Aruba Wireless Networks Inc. is announcing a radical change of direction in its Wi-Fi systems. Instead of putting a limited number of access points (APs) in the ceiling, the wireless switch vendor’s new Wi-Fi Grid system will plug a much bigger number of tiny “grid points” into floor-level network outlets as part of the main network infrastructure — and include an access point built right into a network wall socket.
Aruba’s reasoning is that access points are cheap to make but current systems make them expensive to install, so it has decided on a system designed around flooding the office with cheap multi-purpose access points, and adding enough central intelligence to sort out smooth coverage without a site survey. The new range includes low-cost 802.11a/b/g access points, and a central switch, the Aruba 5100 which can manage twice as many access points as the existing 5000 box.
“The notion of deploying APs in ceilings is expensive,” said Keerti Melkote, vice-president of marketing at Aruba. “It lets the user minimize the number of access points, but it leads to a high total cost of ownership.”
The idea of putting access points in the ceiling is intended to get maximum coverage from each access point so users can install fewer of them, but this thinking is obsolete in a world where APs are cheap, said Melkote. He reckons with a site survey, pulling network and power cables and maintenance, it costs US$1,500 to put an access point in the ceiling while the new approach can put them at floor level in available network outlets for US$125 each.
“The site survey is a requirement from the time when access points were expensive,” said Melkote. “Access points have got cheaper but best practices haven’t changed.” Less coverage per AP gives better performance too, he says, since an access point that covers a smaller area — maybe even a single cube in an office — will have fewer clients sharing it. Access points will be about 30 feet apart in an office with hard walls and 50 feet apart in an open plan office, said Melkote, compared with 100 feet in current installations.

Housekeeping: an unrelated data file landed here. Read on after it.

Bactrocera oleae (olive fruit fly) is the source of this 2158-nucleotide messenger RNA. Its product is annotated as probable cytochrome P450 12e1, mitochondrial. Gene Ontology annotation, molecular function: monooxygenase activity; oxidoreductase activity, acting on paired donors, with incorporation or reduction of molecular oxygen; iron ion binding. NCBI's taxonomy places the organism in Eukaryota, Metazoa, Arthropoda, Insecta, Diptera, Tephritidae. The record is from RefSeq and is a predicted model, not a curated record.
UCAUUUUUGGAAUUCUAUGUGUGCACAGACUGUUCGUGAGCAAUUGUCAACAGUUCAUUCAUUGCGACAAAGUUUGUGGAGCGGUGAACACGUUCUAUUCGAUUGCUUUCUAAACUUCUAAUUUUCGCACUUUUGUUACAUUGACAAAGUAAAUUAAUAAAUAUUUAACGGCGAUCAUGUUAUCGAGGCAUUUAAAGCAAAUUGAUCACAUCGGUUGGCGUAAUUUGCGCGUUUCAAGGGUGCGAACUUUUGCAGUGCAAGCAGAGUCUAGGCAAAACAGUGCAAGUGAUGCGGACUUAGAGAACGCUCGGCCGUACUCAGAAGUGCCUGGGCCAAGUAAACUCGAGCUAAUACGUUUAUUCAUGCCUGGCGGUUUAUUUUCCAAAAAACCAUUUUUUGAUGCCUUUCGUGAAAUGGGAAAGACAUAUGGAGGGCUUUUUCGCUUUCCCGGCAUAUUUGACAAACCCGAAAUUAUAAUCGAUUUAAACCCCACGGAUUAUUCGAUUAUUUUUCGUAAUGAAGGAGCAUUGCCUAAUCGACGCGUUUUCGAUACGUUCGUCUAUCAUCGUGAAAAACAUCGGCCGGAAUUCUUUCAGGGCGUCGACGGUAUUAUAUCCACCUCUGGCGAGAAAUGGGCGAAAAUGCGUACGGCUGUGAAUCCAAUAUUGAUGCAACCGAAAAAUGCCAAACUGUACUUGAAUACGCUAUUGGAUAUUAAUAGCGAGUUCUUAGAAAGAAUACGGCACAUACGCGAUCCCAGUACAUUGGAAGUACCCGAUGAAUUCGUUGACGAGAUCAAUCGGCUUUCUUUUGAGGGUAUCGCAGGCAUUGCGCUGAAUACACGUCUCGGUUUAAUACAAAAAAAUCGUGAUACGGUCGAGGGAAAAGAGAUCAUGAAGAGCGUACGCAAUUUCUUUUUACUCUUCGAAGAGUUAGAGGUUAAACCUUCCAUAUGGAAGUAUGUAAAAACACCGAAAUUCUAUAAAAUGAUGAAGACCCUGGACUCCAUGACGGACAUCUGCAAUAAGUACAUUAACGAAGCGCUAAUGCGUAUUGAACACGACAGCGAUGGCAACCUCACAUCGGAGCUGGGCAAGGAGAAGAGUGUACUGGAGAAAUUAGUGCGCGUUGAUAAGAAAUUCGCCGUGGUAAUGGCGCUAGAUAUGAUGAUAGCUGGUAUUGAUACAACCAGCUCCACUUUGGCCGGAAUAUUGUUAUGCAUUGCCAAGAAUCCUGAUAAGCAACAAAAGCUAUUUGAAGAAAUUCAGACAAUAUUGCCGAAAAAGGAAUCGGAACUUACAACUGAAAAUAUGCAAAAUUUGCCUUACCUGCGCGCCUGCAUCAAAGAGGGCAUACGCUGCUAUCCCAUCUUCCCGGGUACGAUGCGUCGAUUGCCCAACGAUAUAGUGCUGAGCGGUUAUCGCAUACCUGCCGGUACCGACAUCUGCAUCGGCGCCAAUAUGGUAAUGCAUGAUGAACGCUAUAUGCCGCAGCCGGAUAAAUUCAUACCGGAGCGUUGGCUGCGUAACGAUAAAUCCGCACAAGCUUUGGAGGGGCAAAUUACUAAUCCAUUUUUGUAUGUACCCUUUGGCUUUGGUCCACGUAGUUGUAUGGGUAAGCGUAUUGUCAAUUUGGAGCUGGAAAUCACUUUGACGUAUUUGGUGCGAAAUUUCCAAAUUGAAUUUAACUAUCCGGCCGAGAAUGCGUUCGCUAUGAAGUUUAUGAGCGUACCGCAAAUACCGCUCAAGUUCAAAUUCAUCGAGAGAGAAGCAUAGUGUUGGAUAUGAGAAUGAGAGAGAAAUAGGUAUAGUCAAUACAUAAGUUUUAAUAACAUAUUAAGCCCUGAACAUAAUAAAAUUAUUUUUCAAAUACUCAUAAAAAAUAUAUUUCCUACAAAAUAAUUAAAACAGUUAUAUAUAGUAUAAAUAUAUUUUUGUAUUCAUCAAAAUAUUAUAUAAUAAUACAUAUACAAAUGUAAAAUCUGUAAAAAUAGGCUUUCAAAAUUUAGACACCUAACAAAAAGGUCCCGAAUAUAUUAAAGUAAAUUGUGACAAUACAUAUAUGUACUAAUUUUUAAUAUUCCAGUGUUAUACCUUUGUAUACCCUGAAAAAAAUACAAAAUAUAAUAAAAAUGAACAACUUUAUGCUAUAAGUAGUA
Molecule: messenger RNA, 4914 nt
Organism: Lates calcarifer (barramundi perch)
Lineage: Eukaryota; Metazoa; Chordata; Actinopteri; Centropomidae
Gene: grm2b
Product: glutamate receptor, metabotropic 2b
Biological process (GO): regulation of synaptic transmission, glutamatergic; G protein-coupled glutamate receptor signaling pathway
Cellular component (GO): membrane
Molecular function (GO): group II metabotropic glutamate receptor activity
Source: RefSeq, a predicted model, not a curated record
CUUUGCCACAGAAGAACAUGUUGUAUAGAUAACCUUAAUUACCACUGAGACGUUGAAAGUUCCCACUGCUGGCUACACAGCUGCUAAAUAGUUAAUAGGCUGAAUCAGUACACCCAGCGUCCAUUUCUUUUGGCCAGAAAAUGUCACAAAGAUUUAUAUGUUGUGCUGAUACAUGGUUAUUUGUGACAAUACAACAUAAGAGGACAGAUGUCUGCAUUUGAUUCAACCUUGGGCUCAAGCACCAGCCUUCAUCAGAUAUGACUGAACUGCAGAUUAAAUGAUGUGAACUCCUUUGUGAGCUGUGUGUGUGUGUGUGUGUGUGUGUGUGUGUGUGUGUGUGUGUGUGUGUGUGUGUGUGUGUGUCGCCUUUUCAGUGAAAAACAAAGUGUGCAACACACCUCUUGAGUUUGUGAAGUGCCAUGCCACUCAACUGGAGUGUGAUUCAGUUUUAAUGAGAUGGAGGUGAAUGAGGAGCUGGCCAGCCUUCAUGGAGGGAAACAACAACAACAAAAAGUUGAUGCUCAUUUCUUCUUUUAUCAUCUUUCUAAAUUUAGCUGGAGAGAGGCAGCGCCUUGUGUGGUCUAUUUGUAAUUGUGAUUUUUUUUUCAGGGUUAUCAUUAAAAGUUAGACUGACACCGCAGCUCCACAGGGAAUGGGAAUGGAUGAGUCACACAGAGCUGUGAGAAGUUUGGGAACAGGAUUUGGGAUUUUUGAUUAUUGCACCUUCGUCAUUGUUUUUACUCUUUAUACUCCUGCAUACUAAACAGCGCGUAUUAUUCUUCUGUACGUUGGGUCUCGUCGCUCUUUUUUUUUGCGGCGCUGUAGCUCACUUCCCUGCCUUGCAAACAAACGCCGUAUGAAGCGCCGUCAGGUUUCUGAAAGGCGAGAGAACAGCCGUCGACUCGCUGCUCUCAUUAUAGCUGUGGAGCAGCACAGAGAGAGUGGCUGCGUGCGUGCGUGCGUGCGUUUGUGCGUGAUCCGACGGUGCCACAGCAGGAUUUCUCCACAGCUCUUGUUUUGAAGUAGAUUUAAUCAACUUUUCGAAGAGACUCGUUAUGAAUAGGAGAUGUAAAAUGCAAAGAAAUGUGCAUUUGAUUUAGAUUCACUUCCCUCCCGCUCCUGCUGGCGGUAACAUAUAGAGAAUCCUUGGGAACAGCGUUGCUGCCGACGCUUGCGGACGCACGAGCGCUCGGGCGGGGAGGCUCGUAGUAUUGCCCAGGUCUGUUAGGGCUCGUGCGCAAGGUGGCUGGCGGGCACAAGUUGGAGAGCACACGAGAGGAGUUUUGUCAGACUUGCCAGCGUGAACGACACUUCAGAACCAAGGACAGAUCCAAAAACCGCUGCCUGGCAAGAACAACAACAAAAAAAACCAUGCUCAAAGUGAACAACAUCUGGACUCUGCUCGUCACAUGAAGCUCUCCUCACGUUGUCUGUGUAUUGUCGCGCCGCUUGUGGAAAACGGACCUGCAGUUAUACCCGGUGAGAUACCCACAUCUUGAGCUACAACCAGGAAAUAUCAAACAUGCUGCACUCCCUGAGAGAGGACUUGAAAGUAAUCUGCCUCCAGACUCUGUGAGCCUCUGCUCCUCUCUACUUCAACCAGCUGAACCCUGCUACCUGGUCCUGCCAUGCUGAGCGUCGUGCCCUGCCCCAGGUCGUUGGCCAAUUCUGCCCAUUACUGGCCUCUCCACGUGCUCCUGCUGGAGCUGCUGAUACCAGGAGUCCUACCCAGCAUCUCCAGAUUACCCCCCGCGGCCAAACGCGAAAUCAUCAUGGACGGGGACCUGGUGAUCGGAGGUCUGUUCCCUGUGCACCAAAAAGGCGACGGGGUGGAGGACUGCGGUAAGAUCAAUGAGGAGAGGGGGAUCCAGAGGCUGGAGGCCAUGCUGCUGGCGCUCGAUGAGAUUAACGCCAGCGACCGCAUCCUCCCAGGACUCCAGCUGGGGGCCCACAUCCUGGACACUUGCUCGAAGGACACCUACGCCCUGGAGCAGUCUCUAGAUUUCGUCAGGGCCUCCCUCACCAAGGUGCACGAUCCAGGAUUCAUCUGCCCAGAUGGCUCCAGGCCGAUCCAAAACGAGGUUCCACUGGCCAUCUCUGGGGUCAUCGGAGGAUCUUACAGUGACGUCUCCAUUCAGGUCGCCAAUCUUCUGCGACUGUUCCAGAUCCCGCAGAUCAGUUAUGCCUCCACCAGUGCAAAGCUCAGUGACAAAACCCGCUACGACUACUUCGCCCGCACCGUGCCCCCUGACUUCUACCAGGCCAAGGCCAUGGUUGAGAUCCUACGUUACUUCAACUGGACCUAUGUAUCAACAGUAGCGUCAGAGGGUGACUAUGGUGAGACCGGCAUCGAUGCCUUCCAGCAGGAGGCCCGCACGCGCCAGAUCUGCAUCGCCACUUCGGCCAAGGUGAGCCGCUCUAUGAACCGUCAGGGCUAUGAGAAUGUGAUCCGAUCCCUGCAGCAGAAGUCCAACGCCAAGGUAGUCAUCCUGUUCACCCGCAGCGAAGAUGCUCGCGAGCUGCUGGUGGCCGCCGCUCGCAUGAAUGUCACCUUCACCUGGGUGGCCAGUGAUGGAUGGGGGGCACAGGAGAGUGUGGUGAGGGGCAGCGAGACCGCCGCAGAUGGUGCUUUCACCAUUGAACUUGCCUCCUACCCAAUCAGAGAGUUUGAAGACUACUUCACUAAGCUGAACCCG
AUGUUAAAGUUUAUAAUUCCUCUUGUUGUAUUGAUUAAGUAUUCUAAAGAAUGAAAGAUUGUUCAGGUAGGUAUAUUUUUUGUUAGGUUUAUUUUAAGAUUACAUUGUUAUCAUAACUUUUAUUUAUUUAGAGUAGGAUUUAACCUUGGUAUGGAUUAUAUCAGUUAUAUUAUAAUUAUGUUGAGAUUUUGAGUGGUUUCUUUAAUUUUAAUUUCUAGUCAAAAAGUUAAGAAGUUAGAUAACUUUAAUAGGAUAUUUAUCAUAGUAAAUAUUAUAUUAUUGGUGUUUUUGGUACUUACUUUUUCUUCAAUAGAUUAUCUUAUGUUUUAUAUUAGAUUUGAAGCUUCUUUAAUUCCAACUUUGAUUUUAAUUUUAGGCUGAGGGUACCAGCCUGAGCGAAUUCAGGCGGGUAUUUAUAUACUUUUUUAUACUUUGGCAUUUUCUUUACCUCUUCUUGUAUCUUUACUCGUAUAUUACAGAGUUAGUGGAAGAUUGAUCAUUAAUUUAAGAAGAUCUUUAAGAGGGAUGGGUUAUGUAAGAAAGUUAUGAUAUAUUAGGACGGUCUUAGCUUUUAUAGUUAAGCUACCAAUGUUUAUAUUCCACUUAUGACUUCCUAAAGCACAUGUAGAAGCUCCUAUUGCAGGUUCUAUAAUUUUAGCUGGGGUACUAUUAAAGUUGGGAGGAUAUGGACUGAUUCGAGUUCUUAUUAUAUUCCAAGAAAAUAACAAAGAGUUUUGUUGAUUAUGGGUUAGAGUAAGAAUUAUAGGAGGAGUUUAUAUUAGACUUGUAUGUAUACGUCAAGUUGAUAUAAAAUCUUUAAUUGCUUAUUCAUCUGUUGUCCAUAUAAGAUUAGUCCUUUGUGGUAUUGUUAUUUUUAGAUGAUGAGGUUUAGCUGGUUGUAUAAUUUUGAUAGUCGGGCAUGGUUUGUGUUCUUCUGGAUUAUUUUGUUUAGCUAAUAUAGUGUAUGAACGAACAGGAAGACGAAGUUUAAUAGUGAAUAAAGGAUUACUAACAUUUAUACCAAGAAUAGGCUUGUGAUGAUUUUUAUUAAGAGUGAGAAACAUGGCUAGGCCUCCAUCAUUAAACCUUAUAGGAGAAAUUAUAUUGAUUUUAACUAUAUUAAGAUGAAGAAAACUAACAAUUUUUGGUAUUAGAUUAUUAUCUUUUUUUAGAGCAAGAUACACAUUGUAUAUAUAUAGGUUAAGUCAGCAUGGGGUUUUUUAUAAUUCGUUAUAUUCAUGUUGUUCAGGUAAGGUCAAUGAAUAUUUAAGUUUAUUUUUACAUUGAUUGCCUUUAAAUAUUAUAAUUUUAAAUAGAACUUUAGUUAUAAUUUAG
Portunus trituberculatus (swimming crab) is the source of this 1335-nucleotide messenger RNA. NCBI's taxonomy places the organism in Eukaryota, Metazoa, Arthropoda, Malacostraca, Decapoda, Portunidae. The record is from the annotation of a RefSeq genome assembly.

Aruba plans to sell its new Wi-Fi Grid differently to current systems, including deals with network integrators and outsourcers. To fit network outsourcing deals, the product is available on a monthly fee of about US$200 per access point.
Aruba’s first partner, U.S.-based structured cabling company Ortronics Inc., owned by France’s Legrand group, has built a Grid AP into a wall jack with two Ethernet ports, which will be available in September. “The first iteration is a bit bigger than a conventional jack, but it will look like a conventional jack,” said Melkote.
“We always wanted to deliver a solution that looks like the wired network, and dumb ports in the wall, look like a utility. It’s the logical conclusion of the vision we had.”
Despite being “structured”, the Wi-Fi Grid is designed to reduce planning, and in particular the highly-skilled work of radio-frequency site surveys and the labor intensive job of pulling network and power cables into ceiling spaces. Once the office is flooded with Grid points, the switch uses them flexibly, to provide network access via 802.11a, 802.1b or 802.11g, as well as other jobs including signal monitoring, security functions and location tracking.
Multi-function access points have been around for some time, with Aruba, Airespace Inc. and others selling the idea of APs that can monitor for rogue access points as well as providing access, but the idea has been limited, since an AP on sentry duty can’t provide network access and vice versa. “The implementation has been time-sliced — monitoring steals resources from access,” said Melkote. Using time on access points reduces their throughput by about 30 per cent, he said: serious Wi-Fi network users have tended to use dedicated probes, from vendors like Red-M or AirDefense Inc.
In the Grid system, the switch assigns duties dynamically, but each access point is dedicated to one task at any given time. “Every service gets dedicated cycles,” said Melkote. “There is no time slicing on the network.” Where there are overlaps, the system will react by turning down the power from one station — a requirement of 802.11h, the harmonized version of 802.11a required in Europe.
Services are turned on only when they are required, said Melkote: “It’s like turning the light on in a conference room”. For instance, 802.11a would light up when users with new notebooks show up (yes, 802.11a is back from the dead), and it will be easy to roll out new access points with the faster 802.11n standard when that arrives in about two years, Melkote said.
Meanwhile, the company’s existing products will still be on sale, particularly for low-end installations. “It’s not a forklift upgrade,” he says, suggesting that users can add Grid points to boost an existing network.